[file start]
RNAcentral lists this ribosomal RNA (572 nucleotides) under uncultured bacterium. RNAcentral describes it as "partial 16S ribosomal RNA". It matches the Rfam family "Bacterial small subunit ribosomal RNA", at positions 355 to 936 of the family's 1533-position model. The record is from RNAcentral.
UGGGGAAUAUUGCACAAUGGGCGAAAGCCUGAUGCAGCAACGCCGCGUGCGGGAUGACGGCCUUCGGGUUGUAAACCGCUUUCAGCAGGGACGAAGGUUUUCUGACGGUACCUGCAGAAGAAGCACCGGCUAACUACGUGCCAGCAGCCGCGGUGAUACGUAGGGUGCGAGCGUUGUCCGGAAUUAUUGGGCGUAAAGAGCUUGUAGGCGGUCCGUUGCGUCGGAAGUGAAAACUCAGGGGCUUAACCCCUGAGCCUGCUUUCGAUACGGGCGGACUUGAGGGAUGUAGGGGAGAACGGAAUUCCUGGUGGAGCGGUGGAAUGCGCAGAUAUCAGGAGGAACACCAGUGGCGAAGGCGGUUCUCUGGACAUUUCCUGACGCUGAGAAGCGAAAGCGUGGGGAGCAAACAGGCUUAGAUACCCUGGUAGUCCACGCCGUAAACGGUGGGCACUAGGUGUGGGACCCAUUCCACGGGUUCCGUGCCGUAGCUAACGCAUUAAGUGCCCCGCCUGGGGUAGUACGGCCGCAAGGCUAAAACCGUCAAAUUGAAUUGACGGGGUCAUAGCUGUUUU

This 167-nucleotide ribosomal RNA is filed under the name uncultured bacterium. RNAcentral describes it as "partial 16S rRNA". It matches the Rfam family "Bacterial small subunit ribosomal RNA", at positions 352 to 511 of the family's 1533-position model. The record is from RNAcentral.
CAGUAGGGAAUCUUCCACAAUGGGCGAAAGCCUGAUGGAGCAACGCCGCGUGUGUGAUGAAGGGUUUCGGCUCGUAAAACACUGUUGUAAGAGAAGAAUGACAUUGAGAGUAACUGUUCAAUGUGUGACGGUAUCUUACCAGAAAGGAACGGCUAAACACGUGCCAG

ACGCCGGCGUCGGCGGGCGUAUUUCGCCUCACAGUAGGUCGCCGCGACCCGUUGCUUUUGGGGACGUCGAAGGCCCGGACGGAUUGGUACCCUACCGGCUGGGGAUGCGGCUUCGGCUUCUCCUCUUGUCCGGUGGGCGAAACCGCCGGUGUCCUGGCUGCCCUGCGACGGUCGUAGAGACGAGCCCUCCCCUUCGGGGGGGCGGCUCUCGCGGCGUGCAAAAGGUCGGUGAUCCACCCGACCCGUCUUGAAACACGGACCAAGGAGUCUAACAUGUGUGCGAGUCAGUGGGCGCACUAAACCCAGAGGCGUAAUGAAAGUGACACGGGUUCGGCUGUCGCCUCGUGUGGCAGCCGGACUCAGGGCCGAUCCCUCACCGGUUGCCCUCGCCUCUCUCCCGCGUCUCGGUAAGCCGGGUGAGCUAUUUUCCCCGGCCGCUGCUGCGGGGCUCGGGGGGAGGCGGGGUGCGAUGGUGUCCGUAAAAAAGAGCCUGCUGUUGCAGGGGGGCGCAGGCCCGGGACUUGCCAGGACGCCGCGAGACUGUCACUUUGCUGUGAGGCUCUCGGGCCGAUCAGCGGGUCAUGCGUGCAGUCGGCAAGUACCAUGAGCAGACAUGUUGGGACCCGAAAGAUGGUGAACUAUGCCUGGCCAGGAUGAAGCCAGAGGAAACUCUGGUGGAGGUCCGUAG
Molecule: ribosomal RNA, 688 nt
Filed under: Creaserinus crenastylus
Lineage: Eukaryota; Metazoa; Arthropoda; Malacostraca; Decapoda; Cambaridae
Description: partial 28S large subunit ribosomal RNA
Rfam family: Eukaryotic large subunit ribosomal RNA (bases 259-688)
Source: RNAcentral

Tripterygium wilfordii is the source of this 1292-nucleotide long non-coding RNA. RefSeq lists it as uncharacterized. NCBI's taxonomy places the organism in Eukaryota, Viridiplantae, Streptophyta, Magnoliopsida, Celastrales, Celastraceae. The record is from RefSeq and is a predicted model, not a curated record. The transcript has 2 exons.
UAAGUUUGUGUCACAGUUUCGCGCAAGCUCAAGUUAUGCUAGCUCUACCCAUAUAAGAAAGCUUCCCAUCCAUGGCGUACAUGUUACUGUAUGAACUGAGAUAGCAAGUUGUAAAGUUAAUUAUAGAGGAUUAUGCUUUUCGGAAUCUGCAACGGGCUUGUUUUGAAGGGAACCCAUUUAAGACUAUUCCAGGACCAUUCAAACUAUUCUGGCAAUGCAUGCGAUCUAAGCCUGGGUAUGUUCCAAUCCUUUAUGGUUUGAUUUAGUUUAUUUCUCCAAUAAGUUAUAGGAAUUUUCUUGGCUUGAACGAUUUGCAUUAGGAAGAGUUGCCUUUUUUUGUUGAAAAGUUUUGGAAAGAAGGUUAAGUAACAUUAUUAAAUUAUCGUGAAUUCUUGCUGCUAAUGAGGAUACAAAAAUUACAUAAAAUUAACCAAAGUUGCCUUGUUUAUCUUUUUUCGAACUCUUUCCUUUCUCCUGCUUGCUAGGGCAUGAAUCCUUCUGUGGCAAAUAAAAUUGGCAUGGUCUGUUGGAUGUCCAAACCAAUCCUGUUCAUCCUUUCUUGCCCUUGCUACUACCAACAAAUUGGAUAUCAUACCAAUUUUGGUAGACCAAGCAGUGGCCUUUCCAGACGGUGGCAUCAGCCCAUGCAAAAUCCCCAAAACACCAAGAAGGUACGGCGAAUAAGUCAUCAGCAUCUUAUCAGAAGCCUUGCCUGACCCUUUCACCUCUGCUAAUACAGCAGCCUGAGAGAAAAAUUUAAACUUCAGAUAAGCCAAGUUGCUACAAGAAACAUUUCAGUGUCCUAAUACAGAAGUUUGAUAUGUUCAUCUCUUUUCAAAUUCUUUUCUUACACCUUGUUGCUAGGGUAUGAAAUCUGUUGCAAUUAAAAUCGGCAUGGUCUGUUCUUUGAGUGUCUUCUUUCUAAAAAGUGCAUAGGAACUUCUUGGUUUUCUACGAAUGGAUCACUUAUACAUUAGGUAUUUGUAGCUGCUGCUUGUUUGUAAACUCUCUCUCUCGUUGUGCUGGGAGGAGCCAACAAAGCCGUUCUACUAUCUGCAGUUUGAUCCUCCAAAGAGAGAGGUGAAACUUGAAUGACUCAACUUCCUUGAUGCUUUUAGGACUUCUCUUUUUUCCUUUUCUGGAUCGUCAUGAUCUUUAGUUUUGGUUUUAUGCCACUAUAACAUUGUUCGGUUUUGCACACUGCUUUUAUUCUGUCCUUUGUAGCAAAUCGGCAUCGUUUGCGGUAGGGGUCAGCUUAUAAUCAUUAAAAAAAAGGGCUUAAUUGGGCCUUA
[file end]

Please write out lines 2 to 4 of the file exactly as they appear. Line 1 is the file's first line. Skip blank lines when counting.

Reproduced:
UGGGGAAUAUUGCACAAUGGGCGAAAGCCUGAUGCAGCAACGCCGCGUGCGGGAUGACGGCCUUCGGGUUGUAAACCGCUUUCAGCAGGGACGAAGGUUUUCUGACGGUACCUGCAGAAGAAGCACCGGCUAACUACGUGCCAGCAGCCGCGGUGAUACGUAGGGUGCGAGCGUUGUCCGGAAUUAUUGGGCGUAAAGAGCUUGUAGGCGGUCCGUUGCGUCGGAAGUGAAAACUCAGGGGCUUAACCCCUGAGCCUGCUUUCGAUACGGGCGGACUUGAGGGAUGUAGGGGAGAACGGAAUUCCUGGUGGAGCGGUGGAAUGCGCAGAUAUCAGGAGGAACACCAGUGGCGAAGGCGGUUCUCUGGACAUUUCCUGACGCUGAGAAGCGAAAGCGUGGGGAGCAAACAGGCUUAGAUACCCUGGUAGUCCACGCCGUAAACGGUGGGCACUAGGUGUGGGACCCAUUCCACGGGUUCCGUGCCGUAGCUAACGCAUUAAGUGCCCCGCCUGGGGUAGUACGGCCGCAAGGCUAAAACCGUCAAAUUGAAUUGACGGGGUCAUAGCUGUUUU

This 167-nucleotide ribosomal RNA is filed under the name uncultured bacterium. RNAcentral describes it as "partial 16S rRNA". It matches the Rfam family "Bacterial small subunit ribosomal RNA", at positions 352 to 511 of the family's 1533-position model. The record is from RNAcentral.
CAGUAGGGAAUCUUCCACAAUGGGCGAAAGCCUGAUGGAGCAACGCCGCGUGUGUGAUGAAGGGUUUCGGCUCGUAAAACACUGUUGUAAGAGAAGAAUGACAUUGAGAGUAACUGUUCAAUGUGUGACGGUAUCUUACCAGAAAGGAACGGCUAAACACGUGCCAG